As any boat owner will tell you, there are always things to do on a boat. Finish one project and start two more! Here is a list of projects that we are working on for the next few weeks.
- Clean engine room
- Replace main halyard
- Take down old mainsail and install new
- Refurl and raise the jib
- Tighten pedestal bolts
- Check hydraulic steering lines
Unfortunately, the engine room needed cleaning because when I changed the oil last I neglected to check that the old gasket had come off with the old filter. After running the engine for a few hours, oil started spewing from the filter and sprayed all over the engine room. We bought a box of absorbent pads and I went to work. Between the Dawn dish soap, a few stiff brushes, and a sprayer I have in the engine room, I managed to do a pretty good cleaning.
The main halyard was really old and was the old-school rope to steel cable type, and the cable has quite a few “meat hooks” coming out of it. It was past time to replace it, so we opted for Dyneema line and are really happy with it. Much easier on the hands when raising the main!
The big news aboard this week is the new mainsail that we commissioned from Precision Sails. They were able to finish the sail in about three months, which is not too bad considering they started it at the beginning of the season. We will be installing and raising it this week. More on that once we have sailed with it. It ended up being a loose-footed sail, as opposed to an attached foot. This will be our first experience with a loose-footed sail!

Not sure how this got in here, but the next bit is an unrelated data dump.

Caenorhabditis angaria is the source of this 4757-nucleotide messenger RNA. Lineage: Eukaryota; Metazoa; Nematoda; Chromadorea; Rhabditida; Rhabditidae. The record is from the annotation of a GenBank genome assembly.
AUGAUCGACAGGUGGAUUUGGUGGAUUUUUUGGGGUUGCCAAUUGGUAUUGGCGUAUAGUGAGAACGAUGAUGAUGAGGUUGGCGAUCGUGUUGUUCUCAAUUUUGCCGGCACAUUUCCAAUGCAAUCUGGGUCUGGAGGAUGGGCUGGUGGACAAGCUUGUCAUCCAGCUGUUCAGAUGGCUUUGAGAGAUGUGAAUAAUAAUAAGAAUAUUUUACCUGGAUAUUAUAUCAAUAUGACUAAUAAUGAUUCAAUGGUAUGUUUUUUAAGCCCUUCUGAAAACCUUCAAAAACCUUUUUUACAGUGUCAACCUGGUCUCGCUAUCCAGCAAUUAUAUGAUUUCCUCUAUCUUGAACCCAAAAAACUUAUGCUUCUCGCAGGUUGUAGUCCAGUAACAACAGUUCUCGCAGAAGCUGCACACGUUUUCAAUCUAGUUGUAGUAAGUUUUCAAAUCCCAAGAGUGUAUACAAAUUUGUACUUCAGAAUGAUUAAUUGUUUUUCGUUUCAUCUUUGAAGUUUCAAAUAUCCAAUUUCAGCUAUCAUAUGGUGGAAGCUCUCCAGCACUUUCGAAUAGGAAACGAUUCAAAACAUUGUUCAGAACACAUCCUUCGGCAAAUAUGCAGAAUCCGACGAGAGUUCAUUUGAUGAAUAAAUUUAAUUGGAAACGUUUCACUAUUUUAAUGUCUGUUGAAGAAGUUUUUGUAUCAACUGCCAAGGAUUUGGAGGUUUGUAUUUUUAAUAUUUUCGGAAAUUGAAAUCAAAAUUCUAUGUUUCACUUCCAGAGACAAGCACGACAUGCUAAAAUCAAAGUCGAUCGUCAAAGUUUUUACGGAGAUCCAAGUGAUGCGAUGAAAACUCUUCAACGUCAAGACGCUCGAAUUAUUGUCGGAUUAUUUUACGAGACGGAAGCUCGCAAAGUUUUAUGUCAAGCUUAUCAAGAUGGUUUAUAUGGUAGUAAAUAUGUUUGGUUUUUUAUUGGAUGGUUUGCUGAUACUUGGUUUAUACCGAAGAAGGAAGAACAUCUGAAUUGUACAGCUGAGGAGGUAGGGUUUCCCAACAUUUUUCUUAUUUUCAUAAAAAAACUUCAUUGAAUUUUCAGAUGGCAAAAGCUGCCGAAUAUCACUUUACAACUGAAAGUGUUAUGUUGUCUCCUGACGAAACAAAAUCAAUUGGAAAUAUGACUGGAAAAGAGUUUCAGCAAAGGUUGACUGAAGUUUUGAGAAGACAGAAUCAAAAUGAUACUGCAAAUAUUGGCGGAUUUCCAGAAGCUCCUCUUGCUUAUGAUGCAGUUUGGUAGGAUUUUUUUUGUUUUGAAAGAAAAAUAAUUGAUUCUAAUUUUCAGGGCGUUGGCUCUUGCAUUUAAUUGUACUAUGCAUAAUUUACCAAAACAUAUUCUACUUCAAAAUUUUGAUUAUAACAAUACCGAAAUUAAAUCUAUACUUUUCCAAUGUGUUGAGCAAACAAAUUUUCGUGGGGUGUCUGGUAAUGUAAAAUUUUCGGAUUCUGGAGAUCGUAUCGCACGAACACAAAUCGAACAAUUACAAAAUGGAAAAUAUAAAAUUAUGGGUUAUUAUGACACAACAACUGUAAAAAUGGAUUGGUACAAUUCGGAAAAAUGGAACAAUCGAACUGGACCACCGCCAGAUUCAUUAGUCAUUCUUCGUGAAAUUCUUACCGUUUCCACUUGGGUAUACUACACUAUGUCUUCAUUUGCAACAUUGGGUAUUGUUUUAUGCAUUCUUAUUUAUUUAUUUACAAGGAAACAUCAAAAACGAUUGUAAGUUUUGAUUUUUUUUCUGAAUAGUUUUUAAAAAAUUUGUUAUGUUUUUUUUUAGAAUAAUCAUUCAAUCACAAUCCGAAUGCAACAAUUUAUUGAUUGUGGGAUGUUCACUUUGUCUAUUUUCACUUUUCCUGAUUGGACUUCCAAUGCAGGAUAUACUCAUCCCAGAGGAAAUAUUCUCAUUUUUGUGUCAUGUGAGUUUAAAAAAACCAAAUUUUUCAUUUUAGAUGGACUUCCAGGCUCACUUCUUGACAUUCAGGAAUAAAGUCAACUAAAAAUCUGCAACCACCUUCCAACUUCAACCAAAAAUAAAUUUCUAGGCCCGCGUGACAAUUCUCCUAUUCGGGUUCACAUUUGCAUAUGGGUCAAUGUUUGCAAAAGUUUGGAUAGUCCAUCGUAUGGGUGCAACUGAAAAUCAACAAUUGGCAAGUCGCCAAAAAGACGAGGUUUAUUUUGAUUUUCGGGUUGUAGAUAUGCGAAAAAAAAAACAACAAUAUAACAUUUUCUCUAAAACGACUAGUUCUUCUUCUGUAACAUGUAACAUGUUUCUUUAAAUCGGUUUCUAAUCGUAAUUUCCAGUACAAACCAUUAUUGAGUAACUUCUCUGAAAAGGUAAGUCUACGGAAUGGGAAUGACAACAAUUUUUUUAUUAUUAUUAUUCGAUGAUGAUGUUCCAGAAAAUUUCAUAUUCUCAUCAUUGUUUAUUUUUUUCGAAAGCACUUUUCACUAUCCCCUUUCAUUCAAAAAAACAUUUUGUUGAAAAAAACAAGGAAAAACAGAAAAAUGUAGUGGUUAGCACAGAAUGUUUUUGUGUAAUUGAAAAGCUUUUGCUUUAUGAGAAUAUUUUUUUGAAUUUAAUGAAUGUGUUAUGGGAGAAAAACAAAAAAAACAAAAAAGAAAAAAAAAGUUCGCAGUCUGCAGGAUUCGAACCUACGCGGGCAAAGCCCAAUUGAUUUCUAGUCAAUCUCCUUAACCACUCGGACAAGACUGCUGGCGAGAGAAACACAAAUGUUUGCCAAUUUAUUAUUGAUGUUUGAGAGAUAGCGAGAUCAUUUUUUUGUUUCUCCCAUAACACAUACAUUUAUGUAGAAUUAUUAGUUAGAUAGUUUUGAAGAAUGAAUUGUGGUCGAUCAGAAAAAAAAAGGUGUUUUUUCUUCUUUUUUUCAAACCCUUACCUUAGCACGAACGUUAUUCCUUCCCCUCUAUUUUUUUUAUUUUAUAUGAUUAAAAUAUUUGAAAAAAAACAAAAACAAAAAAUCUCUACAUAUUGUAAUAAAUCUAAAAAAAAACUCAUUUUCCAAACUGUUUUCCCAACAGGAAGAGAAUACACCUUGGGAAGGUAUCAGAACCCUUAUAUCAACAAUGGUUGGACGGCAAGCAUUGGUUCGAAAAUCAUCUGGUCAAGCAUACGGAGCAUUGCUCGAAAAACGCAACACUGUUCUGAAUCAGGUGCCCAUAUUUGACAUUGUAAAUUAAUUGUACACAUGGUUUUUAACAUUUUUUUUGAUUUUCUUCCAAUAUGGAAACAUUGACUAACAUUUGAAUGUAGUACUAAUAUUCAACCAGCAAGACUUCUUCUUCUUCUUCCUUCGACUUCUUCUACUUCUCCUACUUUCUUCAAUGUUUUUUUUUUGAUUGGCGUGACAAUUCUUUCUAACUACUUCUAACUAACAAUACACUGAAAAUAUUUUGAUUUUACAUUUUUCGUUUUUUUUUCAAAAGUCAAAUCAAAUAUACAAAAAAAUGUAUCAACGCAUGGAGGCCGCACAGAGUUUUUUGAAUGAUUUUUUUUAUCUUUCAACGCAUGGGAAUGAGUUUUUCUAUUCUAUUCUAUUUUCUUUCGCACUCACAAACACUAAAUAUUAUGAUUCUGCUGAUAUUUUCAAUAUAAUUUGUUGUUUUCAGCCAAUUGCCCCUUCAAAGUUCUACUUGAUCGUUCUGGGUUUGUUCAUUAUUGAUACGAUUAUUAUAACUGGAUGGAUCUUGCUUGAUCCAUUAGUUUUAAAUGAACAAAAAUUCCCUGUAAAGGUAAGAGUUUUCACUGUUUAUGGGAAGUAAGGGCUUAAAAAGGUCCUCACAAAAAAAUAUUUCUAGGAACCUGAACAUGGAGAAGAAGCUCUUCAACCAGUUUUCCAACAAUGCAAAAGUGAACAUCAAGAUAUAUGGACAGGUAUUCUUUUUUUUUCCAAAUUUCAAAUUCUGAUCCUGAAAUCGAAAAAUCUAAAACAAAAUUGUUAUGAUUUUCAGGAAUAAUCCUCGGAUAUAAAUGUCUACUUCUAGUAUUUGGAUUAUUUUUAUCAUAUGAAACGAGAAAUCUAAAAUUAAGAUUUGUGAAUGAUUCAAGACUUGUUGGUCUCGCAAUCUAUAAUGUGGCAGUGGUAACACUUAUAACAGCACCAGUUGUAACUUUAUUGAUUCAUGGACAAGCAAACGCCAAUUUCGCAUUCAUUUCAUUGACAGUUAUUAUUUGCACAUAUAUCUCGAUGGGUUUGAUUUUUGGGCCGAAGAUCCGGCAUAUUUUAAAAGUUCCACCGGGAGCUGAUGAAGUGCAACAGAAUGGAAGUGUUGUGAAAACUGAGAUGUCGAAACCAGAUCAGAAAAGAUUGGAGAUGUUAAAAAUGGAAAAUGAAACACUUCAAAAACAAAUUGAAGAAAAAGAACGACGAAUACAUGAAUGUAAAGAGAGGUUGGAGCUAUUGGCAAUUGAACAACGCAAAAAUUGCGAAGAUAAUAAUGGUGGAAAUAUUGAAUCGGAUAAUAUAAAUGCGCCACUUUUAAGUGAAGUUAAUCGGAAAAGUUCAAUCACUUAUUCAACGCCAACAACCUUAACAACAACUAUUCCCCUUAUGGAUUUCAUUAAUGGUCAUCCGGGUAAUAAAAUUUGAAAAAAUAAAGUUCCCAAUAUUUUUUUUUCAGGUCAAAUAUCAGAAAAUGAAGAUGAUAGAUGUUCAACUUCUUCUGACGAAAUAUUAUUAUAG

The steering pedestal has always been just a little loose where it mounts to the cockpit floor, so that should be an easy fix. I have excellent access to the base from within the engine room. One of the things that I really like about this boat is that we have great access to a lot of the systems from within the engine room. There is enough room for me to climb to the starboard side of the diesel and sit while I work on things.
Back in October 2019 we were headed to Catalina Island and ended up having to turn around and call BoatUS to tow us back because one of the hydraulic lines for our steering had burst. It turned out that the copper line had corroded and leaked the pressure and fluid out. We replaced all the lines with all rubber and were really happy with the results. After that I have always checked the pressure and fluid level before we depart.
It never ends, but mostly in a good way. We enjoy the projects that are to improve the boat, but sometimes the repairs are a pain. All part of the life we chose, so no complaints here. We’d rather be out sailing, and we will in a few weeks!